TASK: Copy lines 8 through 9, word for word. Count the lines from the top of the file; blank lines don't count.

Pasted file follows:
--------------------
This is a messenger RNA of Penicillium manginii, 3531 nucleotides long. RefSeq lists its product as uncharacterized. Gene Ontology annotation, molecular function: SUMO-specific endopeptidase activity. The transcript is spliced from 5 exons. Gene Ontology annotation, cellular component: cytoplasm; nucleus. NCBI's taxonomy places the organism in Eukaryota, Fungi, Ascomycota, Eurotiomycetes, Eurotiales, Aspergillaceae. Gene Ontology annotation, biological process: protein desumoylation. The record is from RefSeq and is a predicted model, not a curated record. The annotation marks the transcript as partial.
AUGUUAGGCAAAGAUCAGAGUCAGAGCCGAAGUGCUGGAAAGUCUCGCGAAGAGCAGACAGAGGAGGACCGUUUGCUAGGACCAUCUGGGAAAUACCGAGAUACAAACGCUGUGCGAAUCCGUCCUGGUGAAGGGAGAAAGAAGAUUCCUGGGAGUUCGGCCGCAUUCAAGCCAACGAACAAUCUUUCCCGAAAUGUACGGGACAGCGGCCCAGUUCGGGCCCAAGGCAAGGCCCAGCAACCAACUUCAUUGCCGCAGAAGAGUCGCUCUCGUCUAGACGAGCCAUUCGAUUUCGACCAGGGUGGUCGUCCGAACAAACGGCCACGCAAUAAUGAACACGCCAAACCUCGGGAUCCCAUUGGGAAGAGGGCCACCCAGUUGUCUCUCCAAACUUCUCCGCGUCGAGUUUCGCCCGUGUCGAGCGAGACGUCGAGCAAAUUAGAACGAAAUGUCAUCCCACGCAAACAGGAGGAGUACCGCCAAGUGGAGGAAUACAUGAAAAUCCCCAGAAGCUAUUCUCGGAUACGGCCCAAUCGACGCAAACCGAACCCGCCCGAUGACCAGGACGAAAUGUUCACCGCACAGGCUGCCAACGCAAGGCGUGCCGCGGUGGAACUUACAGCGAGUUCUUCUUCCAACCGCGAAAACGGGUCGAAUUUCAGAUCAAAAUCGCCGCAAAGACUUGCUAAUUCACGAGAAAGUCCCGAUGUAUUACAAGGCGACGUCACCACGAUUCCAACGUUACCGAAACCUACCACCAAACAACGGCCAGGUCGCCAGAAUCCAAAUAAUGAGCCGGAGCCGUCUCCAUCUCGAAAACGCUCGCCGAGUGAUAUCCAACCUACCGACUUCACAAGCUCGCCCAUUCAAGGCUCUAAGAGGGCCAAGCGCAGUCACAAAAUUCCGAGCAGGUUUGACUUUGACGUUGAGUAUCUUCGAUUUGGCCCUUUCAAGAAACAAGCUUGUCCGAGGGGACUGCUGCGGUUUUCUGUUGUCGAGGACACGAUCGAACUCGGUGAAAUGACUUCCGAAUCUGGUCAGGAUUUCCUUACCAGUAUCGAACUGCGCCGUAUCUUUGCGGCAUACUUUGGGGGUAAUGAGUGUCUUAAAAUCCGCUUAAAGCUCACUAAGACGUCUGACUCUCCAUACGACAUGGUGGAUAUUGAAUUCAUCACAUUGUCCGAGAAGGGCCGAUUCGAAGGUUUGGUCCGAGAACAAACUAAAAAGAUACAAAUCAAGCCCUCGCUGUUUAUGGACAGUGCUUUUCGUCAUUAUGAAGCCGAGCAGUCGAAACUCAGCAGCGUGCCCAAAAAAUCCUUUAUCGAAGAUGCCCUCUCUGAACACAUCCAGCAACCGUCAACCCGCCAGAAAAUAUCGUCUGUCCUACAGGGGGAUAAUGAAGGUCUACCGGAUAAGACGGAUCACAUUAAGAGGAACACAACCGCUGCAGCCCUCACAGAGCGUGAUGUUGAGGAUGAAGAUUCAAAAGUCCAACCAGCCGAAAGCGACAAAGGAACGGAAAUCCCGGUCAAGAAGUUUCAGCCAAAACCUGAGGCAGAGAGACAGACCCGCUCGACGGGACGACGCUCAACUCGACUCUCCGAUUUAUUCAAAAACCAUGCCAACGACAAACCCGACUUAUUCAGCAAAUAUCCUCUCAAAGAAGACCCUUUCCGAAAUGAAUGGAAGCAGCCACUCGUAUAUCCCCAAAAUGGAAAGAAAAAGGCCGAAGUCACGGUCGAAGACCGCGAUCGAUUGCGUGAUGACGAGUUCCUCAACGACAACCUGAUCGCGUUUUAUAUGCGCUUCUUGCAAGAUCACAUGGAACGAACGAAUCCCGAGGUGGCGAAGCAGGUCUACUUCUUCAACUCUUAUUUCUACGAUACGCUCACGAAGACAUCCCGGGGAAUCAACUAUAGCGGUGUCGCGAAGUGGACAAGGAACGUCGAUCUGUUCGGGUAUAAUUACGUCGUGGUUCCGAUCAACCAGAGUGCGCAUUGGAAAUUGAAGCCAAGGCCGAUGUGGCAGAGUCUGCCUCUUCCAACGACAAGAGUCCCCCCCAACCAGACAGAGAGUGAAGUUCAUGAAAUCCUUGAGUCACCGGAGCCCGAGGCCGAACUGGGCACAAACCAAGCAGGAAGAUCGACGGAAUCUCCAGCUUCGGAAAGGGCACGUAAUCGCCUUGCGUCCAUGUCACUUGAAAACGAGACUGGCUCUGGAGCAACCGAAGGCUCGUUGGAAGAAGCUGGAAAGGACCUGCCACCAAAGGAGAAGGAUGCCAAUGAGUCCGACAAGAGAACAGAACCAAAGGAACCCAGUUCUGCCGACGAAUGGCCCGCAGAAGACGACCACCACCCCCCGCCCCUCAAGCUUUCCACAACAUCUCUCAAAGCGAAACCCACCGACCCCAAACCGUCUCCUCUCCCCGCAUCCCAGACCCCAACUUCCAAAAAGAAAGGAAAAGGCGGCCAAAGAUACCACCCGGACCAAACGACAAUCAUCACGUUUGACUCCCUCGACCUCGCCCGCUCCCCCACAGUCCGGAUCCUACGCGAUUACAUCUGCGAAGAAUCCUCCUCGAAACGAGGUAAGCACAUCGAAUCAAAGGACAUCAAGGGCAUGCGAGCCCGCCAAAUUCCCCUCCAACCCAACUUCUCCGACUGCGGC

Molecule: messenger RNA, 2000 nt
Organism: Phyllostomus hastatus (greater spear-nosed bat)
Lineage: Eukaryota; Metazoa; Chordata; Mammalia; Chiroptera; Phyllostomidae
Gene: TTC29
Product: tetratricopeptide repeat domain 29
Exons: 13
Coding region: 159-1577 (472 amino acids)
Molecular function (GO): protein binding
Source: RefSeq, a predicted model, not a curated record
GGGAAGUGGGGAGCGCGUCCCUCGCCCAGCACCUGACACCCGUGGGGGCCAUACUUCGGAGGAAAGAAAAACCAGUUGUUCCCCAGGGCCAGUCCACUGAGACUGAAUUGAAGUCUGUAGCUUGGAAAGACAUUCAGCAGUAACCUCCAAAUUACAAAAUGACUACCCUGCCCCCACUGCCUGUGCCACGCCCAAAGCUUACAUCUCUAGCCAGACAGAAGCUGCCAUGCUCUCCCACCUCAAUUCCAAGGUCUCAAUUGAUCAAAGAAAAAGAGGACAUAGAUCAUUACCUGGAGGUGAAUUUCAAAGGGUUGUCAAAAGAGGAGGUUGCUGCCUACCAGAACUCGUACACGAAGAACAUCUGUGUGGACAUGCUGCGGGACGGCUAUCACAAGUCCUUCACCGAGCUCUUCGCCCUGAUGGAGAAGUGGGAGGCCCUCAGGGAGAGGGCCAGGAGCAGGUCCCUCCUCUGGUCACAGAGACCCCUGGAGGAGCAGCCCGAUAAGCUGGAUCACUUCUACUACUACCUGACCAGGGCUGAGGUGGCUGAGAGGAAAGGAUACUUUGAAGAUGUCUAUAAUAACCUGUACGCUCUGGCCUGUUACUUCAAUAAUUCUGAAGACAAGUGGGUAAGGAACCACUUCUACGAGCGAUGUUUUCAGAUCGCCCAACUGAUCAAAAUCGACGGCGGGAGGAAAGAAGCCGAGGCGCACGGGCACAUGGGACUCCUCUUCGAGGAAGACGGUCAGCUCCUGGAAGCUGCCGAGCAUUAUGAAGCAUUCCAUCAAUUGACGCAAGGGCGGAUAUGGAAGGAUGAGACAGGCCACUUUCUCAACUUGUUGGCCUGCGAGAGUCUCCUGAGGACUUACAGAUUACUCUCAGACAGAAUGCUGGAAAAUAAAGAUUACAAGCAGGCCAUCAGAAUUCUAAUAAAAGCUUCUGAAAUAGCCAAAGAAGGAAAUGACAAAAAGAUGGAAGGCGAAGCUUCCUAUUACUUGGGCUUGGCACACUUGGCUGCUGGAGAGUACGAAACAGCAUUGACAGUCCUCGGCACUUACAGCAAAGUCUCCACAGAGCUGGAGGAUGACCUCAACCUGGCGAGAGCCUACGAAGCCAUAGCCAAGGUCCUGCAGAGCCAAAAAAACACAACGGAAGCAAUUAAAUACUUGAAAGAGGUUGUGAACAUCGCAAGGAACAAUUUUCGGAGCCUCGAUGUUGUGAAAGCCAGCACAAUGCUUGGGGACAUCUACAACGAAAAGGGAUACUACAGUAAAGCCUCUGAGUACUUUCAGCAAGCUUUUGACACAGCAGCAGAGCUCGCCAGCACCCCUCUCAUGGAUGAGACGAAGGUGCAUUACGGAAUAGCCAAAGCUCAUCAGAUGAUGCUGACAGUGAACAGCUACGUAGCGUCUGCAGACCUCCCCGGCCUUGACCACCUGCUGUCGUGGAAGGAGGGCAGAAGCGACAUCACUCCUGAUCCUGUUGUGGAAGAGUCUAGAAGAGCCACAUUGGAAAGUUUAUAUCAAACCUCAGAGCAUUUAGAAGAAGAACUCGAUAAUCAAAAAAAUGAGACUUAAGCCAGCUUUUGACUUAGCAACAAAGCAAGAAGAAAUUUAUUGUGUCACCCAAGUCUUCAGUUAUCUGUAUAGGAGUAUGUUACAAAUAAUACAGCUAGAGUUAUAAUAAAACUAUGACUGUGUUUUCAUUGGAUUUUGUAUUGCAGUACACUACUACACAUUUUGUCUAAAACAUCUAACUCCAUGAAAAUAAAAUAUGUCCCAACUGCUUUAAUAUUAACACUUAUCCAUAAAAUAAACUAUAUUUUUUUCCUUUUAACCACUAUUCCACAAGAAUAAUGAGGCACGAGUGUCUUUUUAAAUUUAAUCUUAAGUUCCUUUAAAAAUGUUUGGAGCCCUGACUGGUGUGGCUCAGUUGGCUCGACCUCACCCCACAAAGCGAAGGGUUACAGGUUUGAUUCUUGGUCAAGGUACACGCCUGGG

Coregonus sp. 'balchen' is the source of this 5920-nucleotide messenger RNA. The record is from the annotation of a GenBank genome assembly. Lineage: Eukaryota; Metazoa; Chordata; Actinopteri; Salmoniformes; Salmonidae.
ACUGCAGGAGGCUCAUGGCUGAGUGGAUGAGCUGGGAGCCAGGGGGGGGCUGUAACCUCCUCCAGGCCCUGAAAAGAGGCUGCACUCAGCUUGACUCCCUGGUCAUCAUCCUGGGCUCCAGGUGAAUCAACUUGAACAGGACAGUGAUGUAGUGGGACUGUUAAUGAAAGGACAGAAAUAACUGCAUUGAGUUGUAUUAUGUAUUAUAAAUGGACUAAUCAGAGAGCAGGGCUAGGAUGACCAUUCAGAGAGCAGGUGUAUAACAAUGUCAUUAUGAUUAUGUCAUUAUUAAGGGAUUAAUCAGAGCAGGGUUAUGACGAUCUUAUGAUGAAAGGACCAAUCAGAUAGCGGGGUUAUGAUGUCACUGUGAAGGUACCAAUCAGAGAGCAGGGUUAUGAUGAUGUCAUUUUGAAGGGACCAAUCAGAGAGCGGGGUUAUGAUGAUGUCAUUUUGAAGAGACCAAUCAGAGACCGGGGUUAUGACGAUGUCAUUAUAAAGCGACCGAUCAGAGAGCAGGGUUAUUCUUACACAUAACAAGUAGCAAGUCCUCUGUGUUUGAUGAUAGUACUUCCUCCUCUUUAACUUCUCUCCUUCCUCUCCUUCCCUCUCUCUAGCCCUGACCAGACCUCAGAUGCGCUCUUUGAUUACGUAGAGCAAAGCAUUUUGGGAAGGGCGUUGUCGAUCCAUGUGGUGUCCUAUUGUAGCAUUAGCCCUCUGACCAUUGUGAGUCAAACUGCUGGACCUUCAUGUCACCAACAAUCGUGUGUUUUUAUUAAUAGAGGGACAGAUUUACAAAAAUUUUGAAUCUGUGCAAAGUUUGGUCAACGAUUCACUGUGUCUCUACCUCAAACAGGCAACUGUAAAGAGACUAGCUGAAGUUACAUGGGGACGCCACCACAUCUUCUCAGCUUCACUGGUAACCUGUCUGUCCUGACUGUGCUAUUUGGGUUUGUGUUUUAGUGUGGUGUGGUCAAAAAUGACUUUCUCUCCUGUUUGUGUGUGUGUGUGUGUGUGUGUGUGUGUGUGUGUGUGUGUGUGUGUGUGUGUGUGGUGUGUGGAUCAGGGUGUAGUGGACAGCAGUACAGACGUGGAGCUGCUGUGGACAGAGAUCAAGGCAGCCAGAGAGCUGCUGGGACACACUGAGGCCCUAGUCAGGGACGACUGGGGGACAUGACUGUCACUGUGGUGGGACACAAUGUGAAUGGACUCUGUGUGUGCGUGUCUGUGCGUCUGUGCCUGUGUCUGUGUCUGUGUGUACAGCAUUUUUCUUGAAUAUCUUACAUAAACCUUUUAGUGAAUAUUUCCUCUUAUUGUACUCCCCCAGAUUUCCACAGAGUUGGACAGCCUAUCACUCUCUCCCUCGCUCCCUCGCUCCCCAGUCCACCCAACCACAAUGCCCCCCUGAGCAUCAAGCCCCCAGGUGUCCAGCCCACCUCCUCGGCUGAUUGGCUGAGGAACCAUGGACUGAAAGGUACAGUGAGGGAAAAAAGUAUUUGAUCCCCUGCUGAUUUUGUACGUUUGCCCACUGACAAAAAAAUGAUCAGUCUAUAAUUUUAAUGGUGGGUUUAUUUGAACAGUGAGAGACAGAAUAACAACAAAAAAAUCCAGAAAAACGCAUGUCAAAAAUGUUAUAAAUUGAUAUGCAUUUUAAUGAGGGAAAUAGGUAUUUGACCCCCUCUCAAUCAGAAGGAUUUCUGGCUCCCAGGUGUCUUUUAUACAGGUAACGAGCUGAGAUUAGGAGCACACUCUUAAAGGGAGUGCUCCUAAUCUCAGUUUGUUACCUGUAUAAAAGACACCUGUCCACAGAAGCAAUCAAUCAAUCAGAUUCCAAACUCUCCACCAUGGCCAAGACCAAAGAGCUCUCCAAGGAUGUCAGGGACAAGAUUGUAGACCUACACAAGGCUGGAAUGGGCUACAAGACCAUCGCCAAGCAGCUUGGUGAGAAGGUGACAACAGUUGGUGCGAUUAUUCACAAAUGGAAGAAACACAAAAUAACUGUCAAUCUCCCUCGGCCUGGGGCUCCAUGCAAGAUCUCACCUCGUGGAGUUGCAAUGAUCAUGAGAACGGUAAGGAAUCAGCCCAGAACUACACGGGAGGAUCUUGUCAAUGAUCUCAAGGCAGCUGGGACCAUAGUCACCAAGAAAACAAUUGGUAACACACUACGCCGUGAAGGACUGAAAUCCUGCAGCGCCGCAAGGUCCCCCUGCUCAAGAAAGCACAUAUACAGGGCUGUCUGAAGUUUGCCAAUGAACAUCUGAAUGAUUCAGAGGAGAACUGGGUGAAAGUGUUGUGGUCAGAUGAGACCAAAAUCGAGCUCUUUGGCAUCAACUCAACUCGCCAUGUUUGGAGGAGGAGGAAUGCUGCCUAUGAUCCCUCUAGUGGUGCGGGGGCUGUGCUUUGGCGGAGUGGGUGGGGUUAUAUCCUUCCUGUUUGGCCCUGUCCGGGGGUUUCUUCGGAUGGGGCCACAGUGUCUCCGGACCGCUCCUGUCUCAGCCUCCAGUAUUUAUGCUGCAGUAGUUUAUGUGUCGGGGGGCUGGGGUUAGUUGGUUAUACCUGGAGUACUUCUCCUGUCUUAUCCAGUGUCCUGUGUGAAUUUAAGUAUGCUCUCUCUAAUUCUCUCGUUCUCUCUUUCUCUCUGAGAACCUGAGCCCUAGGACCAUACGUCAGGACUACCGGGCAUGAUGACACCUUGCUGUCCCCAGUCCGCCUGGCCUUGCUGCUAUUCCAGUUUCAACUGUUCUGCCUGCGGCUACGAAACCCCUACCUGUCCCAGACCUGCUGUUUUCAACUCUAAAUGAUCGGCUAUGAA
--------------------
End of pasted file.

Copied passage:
Exons: 13
Coding region: 159-1577 (472 amino acids)